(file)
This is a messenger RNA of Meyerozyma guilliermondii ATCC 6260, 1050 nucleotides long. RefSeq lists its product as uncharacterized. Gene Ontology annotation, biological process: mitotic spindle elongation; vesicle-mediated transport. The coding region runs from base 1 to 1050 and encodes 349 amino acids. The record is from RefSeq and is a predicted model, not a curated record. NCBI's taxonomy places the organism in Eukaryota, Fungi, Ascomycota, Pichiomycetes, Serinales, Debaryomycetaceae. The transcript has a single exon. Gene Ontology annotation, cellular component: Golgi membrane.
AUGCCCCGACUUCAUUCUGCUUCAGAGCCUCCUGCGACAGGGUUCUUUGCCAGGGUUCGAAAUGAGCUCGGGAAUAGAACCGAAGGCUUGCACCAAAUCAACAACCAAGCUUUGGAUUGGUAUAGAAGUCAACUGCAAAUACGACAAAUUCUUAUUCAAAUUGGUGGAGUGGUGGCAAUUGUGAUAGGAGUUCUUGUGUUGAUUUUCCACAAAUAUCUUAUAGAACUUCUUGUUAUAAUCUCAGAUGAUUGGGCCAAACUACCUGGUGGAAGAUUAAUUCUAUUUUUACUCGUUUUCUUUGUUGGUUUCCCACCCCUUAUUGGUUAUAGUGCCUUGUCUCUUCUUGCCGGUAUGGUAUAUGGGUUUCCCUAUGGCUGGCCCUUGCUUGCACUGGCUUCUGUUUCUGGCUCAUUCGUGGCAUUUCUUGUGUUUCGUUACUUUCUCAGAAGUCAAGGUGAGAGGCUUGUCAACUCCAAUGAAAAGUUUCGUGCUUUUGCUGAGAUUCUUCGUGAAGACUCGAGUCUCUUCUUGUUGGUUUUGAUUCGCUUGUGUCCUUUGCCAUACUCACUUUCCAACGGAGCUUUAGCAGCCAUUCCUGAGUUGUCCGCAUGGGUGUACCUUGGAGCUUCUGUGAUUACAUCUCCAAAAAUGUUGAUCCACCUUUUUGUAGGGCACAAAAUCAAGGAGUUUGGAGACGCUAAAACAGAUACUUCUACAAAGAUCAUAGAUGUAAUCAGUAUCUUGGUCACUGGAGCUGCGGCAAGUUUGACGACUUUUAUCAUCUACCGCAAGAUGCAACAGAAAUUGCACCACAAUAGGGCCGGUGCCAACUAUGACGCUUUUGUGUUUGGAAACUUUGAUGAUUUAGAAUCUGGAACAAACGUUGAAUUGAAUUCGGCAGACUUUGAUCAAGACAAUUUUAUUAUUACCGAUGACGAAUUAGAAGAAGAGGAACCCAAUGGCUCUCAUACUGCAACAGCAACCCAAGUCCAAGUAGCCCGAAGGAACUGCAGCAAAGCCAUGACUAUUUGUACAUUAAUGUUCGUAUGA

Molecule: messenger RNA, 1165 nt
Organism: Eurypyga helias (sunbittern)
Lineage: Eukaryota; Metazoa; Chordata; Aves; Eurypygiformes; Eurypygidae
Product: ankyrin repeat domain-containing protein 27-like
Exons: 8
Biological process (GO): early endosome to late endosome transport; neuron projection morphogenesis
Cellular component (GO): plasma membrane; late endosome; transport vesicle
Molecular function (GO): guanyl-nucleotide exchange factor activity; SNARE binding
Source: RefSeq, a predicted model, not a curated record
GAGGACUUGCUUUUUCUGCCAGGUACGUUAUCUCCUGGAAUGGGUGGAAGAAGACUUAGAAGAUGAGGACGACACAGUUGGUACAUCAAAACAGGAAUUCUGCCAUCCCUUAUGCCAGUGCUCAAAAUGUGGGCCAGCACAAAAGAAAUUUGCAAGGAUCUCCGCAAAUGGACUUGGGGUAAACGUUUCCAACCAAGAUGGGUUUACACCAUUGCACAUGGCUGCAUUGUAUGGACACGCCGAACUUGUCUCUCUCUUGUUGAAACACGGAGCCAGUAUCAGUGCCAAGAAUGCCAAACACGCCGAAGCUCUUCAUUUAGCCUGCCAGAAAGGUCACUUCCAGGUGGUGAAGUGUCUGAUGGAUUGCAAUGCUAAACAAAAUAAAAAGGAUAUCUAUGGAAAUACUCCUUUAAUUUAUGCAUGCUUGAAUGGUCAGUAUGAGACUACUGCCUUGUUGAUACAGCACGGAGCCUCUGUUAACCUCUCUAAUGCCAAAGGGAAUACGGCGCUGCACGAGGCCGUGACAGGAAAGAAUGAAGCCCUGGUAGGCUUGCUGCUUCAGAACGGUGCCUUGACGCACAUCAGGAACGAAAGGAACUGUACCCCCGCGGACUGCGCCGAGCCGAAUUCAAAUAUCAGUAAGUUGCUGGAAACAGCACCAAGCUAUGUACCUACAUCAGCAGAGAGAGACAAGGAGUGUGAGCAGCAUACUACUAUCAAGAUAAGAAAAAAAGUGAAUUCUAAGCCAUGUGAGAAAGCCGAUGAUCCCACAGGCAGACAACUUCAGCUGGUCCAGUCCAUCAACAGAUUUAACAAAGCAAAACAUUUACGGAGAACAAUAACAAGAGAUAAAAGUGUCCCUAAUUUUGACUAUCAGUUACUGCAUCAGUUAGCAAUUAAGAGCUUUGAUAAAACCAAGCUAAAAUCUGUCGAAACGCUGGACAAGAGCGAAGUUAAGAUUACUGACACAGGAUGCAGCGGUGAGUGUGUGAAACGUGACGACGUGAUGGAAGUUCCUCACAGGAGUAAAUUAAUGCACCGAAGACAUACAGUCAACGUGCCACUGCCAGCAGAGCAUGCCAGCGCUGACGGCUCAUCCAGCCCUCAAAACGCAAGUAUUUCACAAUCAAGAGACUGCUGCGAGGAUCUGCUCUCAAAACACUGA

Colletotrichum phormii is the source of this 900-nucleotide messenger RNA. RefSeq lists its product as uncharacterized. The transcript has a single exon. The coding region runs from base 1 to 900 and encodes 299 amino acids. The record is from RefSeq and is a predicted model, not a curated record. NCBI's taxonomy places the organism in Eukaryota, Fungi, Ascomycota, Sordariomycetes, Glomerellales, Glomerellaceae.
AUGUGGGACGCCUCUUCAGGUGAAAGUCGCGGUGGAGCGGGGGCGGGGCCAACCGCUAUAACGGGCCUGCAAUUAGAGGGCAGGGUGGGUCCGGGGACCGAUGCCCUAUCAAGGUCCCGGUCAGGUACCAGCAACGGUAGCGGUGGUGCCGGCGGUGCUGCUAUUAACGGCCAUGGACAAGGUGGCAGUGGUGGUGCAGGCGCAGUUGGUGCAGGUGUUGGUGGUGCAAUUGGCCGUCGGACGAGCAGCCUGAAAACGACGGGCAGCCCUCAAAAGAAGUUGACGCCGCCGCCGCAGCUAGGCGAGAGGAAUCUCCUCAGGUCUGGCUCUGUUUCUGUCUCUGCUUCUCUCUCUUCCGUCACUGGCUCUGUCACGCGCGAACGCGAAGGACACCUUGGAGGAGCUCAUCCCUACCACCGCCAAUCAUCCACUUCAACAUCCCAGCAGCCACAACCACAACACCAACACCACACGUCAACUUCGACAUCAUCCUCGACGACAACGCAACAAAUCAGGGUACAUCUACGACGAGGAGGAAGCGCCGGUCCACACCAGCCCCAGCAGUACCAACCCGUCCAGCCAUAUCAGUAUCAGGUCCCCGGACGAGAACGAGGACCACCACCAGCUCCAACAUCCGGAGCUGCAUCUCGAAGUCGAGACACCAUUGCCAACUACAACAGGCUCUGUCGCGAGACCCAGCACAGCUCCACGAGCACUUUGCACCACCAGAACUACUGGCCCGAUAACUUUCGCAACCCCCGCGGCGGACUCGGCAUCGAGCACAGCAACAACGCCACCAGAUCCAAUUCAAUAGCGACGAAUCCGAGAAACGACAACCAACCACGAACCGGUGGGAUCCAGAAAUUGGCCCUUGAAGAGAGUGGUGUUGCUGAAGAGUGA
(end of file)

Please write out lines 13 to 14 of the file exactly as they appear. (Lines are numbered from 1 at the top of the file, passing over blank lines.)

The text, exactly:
Colletotrichum phormii is the source of this 900-nucleotide messenger RNA. RefSeq lists its product as uncharacterized. The transcript has a single exon. The coding region runs from base 1 to 900 and encodes 299 amino acids. The record is from RefSeq and is a predicted model, not a curated record. NCBI's taxonomy places the organism in Eukaryota, Fungi, Ascomycota, Sordariomycetes, Glomerellales, Glomerellaceae.
AUGUGGGACGCCUCUUCAGGUGAAAGUCGCGGUGGAGCGGGGGCGGGGCCAACCGCUAUAACGGGCCUGCAAUUAGAGGGCAGGGUGGGUCCGGGGACCGAUGCCCUAUCAAGGUCCCGGUCAGGUACCAGCAACGGUAGCGGUGGUGCCGGCGGUGCUGCUAUUAACGGCCAUGGACAAGGUGGCAGUGGUGGUGCAGGCGCAGUUGGUGCAGGUGUUGGUGGUGCAAUUGGCCGUCGGACGAGCAGCCUGAAAACGACGGGCAGCCCUCAAAAGAAGUUGACGCCGCCGCCGCAGCUAGGCGAGAGGAAUCUCCUCAGGUCUGGCUCUGUUUCUGUCUCUGCUUCUCUCUCUUCCGUCACUGGCUCUGUCACGCGCGAACGCGAAGGACACCUUGGAGGAGCUCAUCCCUACCACCGCCAAUCAUCCACUUCAACAUCCCAGCAGCCACAACCACAACACCAACACCACACGUCAACUUCGACAUCAUCCUCGACGACAACGCAACAAAUCAGGGUACAUCUACGACGAGGAGGAAGCGCCGGUCCACACCAGCCCCAGCAGUACCAACCCGUCCAGCCAUAUCAGUAUCAGGUCCCCGGACGAGAACGAGGACCACCACCAGCUCCAACAUCCGGAGCUGCAUCUCGAAGUCGAGACACCAUUGCCAACUACAACAGGCUCUGUCGCGAGACCCAGCACAGCUCCACGAGCACUUUGCACCACCAGAACUACUGGCCCGAUAACUUUCGCAACCCCCGCGGCGGACUCGGCAUCGAGCACAGCAACAACGCCACCAGAUCCAAUUCAAUAGCGACGAAUCCGAGAAACGACAACCAACCACGAACCGGUGGGAUCCAGAAAUUGGCCCUUGAAGAGAGUGGUGUUGCUGAAGAGUGA